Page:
Needing You

Officials at the Department of Veterans Affairs believe that more than 6000 veterans will commit suicide in 2010.

According to an article in Foreign Policy, an average of one soldier a day committed suicide in June.

When Barack Obama spoke to Disabled Veterans of America (DVA) in Georgia on August 2, he addressed post-traumatic stress disorder (PTSD), calling it “a pain like no other” and continued with:

… the hopelessness that has led too many of our troops and veterans to take their own lives. Today, I want to say to anyone who is struggling—do not suffer in silence. It’s not a sign of weakness to reach out for support—it’s a sign of strength. Your country needs you.

“Your country needs you.” Yes, the United States of American needs you.

Your country needs you for imperialist wars and occupations.

Your country needs you to secure the resources of other countries.

Your country needs you to risk your life to ensure that the power elite will remain the power elite.

Your country needs you to use weapons banned by international law.

Your country needs you to keep your mouth shut.

Your country needs you to inspire terrorism.

Your country needs you to replace the fallen.

Your country needs you, needs you, needs you—for exploitation.

Imagine if Obama were struck by a bolt of honesty and said all of the above instead of the usual 9/11, 9/11, 9/11, terrorists, insurgents, and al- Qa’ida. Oh, and 9/11.

Imagine if White House press secretary Robert Gibbs had admitted to Obama’s Bushian agenda instead of calling the president’s progressive critics “the Professional Left” and suggesting that we, who don’t hesitate to condemn Barry’s compromises, are “crazy” and, thus, should “be drug-tested.”

Candor, lost among mainstream politicos, could terminate a pathology that has plunged this country to the depths of immorality. If forthrightness were articulated, all parents and loved ones of troops wounded or killed in war, finally, might question, as Cindy Sheehan did: “For what noble cause?” Those who wear the uniform might question, as well. Might even expose war crimes as PFC Bradley Manning, who didn’t keep his mouth shut, recently did.

For what noble cause are they returning with PTSD? For what noble cause are they killing? For what noble cause are they dying? For what noble cause are they committing suicide?

I remember hearing a military mom’s poignant speech at an antiwar rally. She described a son who returned from combat a changed man, someone whose behavior she didn’t recognize.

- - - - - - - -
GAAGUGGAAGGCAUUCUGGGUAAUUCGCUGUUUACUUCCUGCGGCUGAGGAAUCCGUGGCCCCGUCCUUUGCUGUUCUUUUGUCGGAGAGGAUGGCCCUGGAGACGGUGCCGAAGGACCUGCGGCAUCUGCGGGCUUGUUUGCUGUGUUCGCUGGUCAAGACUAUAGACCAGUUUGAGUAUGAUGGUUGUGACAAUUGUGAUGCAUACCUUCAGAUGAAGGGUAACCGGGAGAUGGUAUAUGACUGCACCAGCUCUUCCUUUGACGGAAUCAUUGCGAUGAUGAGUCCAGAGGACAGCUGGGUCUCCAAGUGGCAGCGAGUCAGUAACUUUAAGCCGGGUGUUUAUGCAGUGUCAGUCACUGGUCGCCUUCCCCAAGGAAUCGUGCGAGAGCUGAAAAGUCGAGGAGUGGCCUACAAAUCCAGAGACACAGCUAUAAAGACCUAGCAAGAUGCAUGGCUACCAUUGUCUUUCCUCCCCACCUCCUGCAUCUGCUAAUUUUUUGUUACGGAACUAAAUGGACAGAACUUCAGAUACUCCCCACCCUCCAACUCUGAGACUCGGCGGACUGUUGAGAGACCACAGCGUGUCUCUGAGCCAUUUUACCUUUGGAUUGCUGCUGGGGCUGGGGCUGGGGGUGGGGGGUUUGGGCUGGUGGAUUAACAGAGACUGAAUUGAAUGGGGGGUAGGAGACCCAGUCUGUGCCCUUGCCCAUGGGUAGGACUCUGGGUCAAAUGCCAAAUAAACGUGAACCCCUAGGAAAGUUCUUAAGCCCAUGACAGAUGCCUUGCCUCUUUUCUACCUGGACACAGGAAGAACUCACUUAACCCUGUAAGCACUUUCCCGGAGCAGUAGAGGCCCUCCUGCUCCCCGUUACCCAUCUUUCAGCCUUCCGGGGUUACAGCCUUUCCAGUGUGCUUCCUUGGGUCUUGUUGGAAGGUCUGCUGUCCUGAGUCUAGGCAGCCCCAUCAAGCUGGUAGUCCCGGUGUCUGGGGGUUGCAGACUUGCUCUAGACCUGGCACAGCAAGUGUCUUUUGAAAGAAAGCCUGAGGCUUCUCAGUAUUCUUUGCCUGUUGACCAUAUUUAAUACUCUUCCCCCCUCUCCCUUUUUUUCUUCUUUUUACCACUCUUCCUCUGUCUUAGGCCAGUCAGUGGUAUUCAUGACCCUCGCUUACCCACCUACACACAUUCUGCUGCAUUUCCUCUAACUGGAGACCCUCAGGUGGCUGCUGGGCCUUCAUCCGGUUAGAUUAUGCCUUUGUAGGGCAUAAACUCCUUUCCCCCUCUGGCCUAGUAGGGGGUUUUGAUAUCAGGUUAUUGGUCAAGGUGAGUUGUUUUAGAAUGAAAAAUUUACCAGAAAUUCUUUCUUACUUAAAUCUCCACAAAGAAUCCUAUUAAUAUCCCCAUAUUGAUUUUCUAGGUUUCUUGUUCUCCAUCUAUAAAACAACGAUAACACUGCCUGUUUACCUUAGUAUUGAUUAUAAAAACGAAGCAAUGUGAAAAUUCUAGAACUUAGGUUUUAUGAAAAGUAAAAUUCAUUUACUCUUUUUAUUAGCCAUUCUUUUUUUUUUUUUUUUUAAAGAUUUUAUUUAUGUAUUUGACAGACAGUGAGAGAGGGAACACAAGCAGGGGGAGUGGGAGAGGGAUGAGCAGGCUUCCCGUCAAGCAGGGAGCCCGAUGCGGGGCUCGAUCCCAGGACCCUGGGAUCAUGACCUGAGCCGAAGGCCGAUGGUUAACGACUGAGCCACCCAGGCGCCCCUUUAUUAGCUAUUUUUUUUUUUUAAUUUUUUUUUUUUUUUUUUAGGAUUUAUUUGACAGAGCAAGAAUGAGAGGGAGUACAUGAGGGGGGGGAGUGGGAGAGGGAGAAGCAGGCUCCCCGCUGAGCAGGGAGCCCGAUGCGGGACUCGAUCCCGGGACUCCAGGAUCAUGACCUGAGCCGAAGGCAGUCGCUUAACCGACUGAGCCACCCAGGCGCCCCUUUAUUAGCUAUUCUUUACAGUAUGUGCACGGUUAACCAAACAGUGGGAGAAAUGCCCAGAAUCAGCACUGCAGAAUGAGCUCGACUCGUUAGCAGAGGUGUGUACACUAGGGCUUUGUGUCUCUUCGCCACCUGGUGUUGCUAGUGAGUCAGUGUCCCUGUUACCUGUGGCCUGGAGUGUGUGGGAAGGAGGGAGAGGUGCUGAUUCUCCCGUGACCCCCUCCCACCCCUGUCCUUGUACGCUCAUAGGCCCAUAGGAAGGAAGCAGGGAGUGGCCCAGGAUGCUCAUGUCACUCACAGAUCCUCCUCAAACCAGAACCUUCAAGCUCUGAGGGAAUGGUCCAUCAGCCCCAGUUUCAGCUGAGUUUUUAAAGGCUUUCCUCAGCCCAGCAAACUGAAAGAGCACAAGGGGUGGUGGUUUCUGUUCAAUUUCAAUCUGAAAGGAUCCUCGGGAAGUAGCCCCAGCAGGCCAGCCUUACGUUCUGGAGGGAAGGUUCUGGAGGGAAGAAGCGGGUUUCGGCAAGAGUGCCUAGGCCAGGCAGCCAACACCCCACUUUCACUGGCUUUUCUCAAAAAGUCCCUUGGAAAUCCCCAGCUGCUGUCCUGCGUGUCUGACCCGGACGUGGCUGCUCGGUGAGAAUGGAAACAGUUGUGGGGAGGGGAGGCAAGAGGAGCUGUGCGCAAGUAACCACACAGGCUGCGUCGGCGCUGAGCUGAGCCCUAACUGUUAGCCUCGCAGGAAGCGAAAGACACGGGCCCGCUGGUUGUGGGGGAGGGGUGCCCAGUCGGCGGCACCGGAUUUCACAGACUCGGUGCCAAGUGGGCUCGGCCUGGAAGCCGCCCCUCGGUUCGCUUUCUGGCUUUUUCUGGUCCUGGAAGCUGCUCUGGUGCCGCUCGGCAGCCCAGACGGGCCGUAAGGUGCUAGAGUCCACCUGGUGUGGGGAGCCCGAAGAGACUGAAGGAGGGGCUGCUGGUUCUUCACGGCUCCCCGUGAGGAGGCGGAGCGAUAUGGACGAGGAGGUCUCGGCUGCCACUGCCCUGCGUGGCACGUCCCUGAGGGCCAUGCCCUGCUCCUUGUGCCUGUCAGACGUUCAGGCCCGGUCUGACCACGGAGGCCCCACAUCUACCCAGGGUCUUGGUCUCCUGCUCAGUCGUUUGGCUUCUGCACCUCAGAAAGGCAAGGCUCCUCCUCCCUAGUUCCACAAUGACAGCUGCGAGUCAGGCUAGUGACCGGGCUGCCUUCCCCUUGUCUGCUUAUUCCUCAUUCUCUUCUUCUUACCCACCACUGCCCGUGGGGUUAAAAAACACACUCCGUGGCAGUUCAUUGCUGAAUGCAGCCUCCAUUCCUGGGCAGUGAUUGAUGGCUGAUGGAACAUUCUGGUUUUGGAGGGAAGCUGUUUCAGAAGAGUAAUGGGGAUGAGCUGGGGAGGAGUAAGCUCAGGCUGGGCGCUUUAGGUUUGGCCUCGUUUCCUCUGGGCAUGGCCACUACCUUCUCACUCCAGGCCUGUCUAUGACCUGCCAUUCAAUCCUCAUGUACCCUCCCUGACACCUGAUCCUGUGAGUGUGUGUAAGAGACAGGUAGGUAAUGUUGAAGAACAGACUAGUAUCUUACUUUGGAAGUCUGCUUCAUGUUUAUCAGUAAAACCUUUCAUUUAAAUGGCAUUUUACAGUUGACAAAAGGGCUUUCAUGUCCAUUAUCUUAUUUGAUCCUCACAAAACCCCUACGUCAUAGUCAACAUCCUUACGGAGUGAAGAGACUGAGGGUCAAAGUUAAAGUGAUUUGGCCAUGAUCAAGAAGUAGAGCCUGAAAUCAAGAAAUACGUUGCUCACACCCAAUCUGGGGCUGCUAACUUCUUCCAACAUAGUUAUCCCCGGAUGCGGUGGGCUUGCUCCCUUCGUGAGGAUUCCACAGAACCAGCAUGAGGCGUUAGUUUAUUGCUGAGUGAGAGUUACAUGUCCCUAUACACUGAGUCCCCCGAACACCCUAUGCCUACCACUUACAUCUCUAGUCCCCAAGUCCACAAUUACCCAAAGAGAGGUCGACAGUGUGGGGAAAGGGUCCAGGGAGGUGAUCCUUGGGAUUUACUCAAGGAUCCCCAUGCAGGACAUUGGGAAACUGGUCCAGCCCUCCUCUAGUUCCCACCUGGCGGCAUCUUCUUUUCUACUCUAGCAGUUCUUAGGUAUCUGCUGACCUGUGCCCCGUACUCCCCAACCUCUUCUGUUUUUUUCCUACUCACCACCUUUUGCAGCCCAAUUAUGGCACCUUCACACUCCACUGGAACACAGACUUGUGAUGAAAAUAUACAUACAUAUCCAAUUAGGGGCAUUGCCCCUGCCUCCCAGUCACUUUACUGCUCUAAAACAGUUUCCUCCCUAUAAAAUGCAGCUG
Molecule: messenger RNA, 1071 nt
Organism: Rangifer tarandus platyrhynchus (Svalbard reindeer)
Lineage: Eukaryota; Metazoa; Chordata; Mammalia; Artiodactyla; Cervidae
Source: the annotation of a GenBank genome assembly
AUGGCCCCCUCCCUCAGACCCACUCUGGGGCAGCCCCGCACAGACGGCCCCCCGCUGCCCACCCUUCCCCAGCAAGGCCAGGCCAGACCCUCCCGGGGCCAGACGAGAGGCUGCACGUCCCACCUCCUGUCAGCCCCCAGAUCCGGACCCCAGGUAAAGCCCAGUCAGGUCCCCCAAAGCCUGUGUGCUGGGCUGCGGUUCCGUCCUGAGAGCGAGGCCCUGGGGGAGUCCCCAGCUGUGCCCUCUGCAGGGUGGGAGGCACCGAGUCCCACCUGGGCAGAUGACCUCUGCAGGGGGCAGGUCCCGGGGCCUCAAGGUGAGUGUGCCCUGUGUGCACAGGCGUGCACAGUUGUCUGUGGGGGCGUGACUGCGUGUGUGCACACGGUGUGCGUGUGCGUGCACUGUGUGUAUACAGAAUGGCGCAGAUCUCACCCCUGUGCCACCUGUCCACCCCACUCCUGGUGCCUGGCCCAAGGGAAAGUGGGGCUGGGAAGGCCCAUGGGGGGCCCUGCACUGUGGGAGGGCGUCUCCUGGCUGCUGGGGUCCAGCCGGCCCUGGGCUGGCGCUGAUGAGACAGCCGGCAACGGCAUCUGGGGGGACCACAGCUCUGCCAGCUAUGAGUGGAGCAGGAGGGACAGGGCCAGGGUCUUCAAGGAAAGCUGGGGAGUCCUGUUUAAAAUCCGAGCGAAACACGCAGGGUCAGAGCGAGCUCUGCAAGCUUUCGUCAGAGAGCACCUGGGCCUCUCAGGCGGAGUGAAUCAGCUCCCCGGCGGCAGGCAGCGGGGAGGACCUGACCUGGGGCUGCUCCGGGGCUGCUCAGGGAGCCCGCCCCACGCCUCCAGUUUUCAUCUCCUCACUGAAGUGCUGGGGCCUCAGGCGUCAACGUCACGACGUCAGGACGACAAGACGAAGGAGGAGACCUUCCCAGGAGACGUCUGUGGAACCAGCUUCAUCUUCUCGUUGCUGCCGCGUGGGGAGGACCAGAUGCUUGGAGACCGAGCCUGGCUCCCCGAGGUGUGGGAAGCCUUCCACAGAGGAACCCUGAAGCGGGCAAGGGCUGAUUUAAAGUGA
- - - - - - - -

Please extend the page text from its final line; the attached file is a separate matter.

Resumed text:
People cope with agony differently. I just read about a soldier who completed suicide after serving in Iraq. His parents, now, are working for an easier navigation of mental health care and attempting to eliminate the stigma associated with asking for psychological therapy. Certainly, this is honorable. But more is necessary. A system that assaults the psyche, the system that either emotionally damages or physically slaughters must end.

I’m finished with hearing, “He died doing what he loved.” As if this statement lays the dead to rest, along with the dialogue about war’s reality. I want to ask how someone can love dying for lies. How can anyone love the sights and smells of death? Of seeing children whose flesh is melted by explosives? How?

When will people become so outraged that they will identify the problem—a pattern that sends young men and women thousands of miles away to massacre other human beings and risk being killed for lies? A structure that forever alters survivors.

We must teach our children to value life. We must teach them that no one wins in war. Instead of calling for more suicide hotlines, mothers, fathers, and spouses of soldiers, in fact, each and every one of us, should acknowledge the hideous truth of war.

President Obama wants our troops to seek help because his administration is “making major investments in awareness, outreach, and suicide prevention.”

The noble solution, obviating the need for military mental health maintenance, is war prevention. Its synonym is peace.

MISSY BEATTIE lives in Baltimore, Maryland. Reach her at missybeat@gmail.com.

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Missy Beattie has written for National Public Radio and Nashville Life Magazine. She was an instructor of memoirs writing at Johns Hopkins’ Osher Lifelong Learning Institute in BaltimoreEmail: missybeat@gmail.com

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